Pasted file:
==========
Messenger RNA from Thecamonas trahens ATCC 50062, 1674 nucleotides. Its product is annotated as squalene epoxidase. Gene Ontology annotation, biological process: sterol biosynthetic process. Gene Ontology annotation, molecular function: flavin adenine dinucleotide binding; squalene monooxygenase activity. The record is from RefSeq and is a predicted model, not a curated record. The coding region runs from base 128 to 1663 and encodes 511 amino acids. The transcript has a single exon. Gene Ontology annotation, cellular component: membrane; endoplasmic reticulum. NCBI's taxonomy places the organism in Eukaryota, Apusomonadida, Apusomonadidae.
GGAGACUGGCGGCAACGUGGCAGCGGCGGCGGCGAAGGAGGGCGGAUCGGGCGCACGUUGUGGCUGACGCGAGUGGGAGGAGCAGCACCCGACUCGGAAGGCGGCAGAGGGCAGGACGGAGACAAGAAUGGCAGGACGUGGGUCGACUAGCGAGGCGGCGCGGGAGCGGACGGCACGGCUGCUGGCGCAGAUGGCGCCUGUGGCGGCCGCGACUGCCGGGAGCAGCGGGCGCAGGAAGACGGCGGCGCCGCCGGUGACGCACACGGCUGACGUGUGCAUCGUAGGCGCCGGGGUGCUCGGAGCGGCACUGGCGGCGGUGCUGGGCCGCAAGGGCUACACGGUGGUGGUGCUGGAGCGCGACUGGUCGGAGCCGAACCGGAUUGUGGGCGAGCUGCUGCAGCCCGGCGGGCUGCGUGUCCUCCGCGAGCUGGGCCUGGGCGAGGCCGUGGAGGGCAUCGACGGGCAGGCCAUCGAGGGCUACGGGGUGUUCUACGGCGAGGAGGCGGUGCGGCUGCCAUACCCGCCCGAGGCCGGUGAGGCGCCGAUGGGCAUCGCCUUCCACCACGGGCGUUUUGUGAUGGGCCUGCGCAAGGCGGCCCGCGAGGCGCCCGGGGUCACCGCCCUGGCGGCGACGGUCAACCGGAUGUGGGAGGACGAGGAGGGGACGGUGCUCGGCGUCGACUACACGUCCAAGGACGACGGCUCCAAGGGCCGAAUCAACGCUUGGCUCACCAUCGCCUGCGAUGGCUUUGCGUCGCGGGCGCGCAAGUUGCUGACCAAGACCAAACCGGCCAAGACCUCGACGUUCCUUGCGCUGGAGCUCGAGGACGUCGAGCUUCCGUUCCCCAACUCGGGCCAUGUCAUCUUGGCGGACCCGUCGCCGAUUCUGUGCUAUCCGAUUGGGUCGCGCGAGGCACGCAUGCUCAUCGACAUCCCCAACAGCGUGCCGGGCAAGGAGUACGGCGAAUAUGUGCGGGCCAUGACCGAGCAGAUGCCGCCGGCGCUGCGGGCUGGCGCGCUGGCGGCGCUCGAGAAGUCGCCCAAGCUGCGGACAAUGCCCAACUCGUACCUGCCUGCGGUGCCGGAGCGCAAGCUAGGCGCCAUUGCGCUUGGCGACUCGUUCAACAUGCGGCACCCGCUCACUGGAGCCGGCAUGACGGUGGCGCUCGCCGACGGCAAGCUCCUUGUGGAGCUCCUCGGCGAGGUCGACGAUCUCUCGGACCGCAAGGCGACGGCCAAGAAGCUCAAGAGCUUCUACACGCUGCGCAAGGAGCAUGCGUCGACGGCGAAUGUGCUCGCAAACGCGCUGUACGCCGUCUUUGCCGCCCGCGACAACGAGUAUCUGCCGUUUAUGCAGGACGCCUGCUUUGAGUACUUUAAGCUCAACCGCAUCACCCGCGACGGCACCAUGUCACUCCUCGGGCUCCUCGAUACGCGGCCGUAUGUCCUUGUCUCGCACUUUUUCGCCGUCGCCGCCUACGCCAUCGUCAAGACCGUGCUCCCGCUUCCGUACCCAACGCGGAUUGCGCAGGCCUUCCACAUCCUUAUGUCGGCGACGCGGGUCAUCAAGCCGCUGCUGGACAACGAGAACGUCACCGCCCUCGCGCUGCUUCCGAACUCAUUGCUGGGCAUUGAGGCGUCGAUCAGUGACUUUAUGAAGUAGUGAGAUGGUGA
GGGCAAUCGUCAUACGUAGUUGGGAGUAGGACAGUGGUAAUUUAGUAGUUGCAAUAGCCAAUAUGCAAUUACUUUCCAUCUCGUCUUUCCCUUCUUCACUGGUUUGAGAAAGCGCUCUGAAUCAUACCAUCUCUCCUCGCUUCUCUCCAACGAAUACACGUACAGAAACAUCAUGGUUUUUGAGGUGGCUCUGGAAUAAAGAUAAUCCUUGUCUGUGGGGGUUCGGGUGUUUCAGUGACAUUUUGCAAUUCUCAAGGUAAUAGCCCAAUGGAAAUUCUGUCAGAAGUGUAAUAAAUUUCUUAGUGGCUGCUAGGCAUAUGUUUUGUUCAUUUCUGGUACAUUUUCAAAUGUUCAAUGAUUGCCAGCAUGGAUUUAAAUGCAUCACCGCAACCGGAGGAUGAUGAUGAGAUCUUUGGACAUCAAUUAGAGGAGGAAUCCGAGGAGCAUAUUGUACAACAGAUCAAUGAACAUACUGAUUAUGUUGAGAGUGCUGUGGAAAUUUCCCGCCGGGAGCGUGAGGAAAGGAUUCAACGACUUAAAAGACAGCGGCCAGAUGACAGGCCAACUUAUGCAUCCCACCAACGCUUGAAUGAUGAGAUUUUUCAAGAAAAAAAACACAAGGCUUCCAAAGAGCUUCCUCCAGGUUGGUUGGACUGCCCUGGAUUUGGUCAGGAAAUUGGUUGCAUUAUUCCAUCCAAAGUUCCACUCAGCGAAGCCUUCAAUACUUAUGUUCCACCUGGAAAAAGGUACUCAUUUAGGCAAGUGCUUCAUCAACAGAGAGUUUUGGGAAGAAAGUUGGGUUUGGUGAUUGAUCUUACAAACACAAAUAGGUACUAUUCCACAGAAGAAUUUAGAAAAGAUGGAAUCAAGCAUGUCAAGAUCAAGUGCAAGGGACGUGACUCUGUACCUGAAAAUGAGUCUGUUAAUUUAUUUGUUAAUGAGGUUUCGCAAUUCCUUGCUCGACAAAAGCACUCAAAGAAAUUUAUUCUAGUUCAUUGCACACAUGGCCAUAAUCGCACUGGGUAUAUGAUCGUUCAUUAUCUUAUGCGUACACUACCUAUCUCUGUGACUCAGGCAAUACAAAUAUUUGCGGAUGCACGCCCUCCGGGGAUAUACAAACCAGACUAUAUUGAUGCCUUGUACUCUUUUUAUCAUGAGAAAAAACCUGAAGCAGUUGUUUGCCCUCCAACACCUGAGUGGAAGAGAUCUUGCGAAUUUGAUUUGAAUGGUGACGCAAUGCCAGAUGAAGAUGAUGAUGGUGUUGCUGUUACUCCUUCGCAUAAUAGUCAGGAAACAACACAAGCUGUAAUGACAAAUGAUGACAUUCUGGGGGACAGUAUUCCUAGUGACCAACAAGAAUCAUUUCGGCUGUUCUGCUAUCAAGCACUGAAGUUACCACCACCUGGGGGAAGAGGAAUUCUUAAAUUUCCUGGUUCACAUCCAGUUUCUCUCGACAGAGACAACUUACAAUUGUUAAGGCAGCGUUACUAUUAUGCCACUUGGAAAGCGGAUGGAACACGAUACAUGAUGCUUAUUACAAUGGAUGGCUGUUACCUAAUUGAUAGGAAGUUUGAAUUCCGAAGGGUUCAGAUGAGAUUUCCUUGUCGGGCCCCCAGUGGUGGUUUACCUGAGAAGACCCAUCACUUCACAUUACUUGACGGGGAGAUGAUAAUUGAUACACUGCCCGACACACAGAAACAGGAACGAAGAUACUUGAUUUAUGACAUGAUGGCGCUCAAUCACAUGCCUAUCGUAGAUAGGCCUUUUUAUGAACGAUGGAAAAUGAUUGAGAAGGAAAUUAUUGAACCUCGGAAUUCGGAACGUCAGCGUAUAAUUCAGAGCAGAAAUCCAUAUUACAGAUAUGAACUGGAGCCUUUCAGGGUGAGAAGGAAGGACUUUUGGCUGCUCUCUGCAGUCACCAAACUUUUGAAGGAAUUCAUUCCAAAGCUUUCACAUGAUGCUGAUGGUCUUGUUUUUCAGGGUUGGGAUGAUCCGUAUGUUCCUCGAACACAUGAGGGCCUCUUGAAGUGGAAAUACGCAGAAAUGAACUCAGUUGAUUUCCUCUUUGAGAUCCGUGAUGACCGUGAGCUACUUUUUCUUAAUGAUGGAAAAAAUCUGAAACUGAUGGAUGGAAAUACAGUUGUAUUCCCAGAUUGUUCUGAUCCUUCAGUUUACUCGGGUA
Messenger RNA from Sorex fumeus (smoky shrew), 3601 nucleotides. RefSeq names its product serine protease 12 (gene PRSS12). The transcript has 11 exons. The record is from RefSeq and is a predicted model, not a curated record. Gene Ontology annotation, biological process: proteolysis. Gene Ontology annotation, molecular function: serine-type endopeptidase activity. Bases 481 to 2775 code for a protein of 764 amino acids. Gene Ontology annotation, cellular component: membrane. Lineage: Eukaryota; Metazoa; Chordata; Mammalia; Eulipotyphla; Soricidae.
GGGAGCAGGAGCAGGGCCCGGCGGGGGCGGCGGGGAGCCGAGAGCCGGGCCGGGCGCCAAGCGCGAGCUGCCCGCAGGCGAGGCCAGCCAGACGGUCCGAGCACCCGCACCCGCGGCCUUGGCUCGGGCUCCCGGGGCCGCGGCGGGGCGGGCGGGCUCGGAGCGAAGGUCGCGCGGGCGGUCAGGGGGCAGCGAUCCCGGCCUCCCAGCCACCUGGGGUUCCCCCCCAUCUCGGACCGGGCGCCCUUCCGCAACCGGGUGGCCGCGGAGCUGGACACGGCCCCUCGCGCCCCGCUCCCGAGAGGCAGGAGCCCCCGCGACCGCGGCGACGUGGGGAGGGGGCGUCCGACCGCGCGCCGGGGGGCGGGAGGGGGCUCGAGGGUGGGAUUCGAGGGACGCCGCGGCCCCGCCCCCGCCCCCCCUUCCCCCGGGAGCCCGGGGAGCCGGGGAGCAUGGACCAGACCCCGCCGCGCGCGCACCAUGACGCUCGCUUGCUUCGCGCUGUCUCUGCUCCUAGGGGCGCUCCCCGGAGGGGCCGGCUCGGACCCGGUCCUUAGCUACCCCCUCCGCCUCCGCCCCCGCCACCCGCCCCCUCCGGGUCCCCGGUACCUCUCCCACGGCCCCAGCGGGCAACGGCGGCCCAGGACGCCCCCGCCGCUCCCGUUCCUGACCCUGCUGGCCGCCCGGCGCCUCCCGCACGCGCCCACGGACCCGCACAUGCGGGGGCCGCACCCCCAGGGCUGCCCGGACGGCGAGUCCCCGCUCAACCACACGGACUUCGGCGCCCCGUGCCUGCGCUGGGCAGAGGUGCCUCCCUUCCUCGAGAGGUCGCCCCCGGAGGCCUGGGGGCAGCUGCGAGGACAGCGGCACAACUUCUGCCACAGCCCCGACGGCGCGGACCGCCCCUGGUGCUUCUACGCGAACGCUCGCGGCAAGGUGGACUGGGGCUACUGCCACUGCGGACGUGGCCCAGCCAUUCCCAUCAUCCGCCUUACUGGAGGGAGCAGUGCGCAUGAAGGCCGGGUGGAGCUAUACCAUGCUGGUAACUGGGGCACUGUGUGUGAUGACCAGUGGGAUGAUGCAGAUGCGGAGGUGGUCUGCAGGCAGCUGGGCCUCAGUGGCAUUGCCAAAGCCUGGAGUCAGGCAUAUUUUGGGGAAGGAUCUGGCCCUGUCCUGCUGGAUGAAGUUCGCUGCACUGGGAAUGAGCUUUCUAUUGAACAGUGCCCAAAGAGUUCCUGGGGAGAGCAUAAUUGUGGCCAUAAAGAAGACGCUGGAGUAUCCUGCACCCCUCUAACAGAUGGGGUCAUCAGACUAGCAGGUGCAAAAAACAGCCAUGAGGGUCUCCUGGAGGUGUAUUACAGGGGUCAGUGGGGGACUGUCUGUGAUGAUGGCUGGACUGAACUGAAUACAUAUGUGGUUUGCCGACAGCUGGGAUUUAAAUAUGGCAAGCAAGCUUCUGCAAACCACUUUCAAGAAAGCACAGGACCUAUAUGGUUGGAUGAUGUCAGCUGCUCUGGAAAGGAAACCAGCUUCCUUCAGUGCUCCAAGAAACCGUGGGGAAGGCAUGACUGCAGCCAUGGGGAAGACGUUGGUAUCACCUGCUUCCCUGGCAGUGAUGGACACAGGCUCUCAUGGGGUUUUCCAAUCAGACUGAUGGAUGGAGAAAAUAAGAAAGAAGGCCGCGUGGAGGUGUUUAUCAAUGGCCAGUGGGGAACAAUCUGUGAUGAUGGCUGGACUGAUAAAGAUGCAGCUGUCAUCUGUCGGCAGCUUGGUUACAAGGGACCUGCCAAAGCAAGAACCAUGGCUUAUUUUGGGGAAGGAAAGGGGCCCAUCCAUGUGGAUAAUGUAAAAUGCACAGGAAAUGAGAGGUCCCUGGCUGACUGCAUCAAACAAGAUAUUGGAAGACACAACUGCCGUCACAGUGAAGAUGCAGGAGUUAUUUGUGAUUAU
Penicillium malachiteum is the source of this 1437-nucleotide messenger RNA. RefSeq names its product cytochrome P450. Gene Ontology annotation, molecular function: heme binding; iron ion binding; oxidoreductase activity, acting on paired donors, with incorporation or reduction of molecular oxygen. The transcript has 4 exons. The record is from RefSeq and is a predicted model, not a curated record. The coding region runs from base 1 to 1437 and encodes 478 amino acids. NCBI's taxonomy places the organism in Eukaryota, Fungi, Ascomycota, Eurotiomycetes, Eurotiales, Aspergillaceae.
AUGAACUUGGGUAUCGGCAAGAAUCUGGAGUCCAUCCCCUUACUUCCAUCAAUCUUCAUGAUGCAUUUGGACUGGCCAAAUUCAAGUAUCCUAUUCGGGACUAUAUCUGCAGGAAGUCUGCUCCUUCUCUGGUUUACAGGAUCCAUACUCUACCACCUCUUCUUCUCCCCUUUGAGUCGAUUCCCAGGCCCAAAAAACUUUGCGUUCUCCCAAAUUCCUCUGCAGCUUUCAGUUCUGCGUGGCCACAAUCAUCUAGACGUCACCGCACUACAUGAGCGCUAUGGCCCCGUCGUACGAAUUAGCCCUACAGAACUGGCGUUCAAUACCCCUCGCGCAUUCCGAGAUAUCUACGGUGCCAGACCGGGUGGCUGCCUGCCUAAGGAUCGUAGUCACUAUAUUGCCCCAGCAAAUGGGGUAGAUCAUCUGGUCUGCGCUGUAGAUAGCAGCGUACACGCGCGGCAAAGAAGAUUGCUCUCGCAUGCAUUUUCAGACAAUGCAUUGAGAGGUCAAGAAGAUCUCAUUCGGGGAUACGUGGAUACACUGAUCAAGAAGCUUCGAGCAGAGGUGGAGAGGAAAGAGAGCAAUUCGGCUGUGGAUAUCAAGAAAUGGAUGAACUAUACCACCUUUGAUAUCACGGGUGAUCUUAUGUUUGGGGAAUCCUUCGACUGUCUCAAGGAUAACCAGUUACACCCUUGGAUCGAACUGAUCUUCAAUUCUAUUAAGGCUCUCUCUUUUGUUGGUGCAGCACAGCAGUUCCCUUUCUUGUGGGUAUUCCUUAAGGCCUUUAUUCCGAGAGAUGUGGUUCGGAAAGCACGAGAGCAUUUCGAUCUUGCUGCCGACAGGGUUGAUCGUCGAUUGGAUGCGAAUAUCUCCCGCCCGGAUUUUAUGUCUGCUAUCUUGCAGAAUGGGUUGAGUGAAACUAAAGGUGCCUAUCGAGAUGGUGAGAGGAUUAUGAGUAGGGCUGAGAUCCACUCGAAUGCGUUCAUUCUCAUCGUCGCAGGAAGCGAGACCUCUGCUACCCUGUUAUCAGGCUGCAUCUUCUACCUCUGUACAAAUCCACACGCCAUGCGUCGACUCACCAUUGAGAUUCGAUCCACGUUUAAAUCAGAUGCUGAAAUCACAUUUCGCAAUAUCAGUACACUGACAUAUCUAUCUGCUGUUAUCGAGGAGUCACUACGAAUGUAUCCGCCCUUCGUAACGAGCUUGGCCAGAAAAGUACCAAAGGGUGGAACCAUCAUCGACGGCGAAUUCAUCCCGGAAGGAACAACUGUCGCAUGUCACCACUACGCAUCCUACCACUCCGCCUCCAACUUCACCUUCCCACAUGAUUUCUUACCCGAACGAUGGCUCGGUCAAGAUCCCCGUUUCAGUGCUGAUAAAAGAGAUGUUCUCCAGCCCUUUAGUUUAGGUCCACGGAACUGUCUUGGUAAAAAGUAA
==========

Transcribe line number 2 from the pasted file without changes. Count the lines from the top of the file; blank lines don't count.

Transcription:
GGAGACUGGCGGCAACGUGGCAGCGGCGGCGGCGAAGGAGGGCGGAUCGGGCGCACGUUGUGGCUGACGCGAGUGGGAGGAGCAGCACCCGACUCGGAAGGCGGCAGAGGGCAGGACGGAGACAAGAAUGGCAGGACGUGGGUCGACUAGCGAGGCGGCGCGGGAGCGGACGGCACGGCUGCUGGCGCAGAUGGCGCCUGUGGCGGCCGCGACUGCCGGGAGCAGCGGGCGCAGGAAGACGGCGGCGCCGCCGGUGACGCACACGGCUGACGUGUGCAUCGUAGGCGCCGGGGUGCUCGGAGCGGCACUGGCGGCGGUGCUGGGCCGCAAGGGCUACACGGUGGUGGUGCUGGAGCGCGACUGGUCGGAGCCGAACCGGAUUGUGGGCGAGCUGCUGCAGCCCGGCGGGCUGCGUGUCCUCCGCGAGCUGGGCCUGGGCGAGGCCGUGGAGGGCAUCGACGGGCAGGCCAUCGAGGGCUACGGGGUGUUCUACGGCGAGGAGGCGGUGCGGCUGCCAUACCCGCCCGAGGCCGGUGAGGCGCCGAUGGGCAUCGCCUUCCACCACGGGCGUUUUGUGAUGGGCCUGCGCAAGGCGGCCCGCGAGGCGCCCGGGGUCACCGCCCUGGCGGCGACGGUCAACCGGAUGUGGGAGGACGAGGAGGGGACGGUGCUCGGCGUCGACUACACGUCCAAGGACGACGGCUCCAAGGGCCGAAUCAACGCUUGGCUCACCAUCGCCUGCGAUGGCUUUGCGUCGCGGGCGCGCAAGUUGCUGACCAAGACCAAACCGGCCAAGACCUCGACGUUCCUUGCGCUGGAGCUCGAGGACGUCGAGCUUCCGUUCCCCAACUCGGGCCAUGUCAUCUUGGCGGACCCGUCGCCGAUUCUGUGCUAUCCGAUUGGGUCGCGCGAGGCACGCAUGCUCAUCGACAUCCCCAACAGCGUGCCGGGCAAGGAGUACGGCGAAUAUGUGCGGGCCAUGACCGAGCAGAUGCCGCCGGCGCUGCGGGCUGGCGCGCUGGCGGCGCUCGAGAAGUCGCCCAAGCUGCGGACAAUGCCCAACUCGUACCUGCCUGCGGUGCCGGAGCGCAAGCUAGGCGCCAUUGCGCUUGGCGACUCGUUCAACAUGCGGCACCCGCUCACUGGAGCCGGCAUGACGGUGGCGCUCGCCGACGGCAAGCUCCUUGUGGAGCUCCUCGGCGAGGUCGACGAUCUCUCGGACCGCAAGGCGACGGCCAAGAAGCUCAAGAGCUUCUACACGCUGCGCAAGGAGCAUGCGUCGACGGCGAAUGUGCUCGCAAACGCGCUGUACGCCGUCUUUGCCGCCCGCGACAACGAGUAUCUGCCGUUUAUGCAGGACGCCUGCUUUGAGUACUUUAAGCUCAACCGCAUCACCCGCGACGGCACCAUGUCACUCCUCGGGCUCCUCGAUACGCGGCCGUAUGUCCUUGUCUCGCACUUUUUCGCCGUCGCCGCCUACGCCAUCGUCAAGACCGUGCUCCCGCUUCCGUACCCAACGCGGAUUGCGCAGGCCUUCCACAUCCUUAUGUCGGCGACGCGGGUCAUCAAGCCGCUGCUGGACAACGAGAACGUCACCGCCCUCGCGCUGCUUCCGAACUCAUUGCUGGGCAUUGAGGCGUCGAUCAGUGACUUUAUGAAGUAGUGAGAUGGUGA